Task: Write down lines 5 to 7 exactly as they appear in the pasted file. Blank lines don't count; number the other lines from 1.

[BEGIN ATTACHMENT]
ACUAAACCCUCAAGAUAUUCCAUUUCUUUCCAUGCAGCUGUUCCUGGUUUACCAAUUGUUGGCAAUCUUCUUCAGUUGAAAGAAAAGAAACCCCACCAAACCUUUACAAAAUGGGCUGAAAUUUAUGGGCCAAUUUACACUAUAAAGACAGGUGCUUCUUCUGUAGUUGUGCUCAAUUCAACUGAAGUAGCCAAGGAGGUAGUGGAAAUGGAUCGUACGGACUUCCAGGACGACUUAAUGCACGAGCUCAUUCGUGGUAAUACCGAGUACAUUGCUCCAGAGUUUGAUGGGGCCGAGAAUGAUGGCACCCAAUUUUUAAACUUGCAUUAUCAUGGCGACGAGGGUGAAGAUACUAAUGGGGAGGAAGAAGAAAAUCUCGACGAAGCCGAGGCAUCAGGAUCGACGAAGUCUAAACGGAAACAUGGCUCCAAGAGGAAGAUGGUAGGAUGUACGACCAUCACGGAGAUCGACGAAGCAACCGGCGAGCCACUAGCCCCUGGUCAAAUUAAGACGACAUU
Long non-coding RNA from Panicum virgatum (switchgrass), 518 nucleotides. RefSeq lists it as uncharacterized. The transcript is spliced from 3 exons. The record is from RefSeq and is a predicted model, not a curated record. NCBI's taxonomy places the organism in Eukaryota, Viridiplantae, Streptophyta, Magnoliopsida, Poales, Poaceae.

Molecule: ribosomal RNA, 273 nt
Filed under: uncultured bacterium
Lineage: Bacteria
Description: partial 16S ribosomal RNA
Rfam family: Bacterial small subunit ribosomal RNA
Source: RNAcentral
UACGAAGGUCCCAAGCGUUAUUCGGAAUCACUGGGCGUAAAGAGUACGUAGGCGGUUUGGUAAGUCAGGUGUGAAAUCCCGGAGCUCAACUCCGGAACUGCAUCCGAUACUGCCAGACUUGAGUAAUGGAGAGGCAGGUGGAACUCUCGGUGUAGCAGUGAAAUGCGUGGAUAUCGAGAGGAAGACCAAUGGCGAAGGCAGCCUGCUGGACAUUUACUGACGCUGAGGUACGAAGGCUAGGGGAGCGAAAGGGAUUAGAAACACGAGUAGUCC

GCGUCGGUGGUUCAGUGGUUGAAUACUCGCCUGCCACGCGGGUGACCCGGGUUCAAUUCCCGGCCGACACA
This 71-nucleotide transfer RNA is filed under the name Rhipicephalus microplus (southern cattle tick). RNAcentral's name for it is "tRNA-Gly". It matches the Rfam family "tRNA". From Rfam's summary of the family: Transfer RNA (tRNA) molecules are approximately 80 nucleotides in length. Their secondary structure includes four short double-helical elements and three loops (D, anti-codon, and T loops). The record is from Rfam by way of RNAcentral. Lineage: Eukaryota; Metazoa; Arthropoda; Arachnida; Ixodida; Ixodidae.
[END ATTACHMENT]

Lineage: Bacteria
Description: partial 16S ribosomal RNA
Rfam family: Bacterial small subunit ribosomal RNA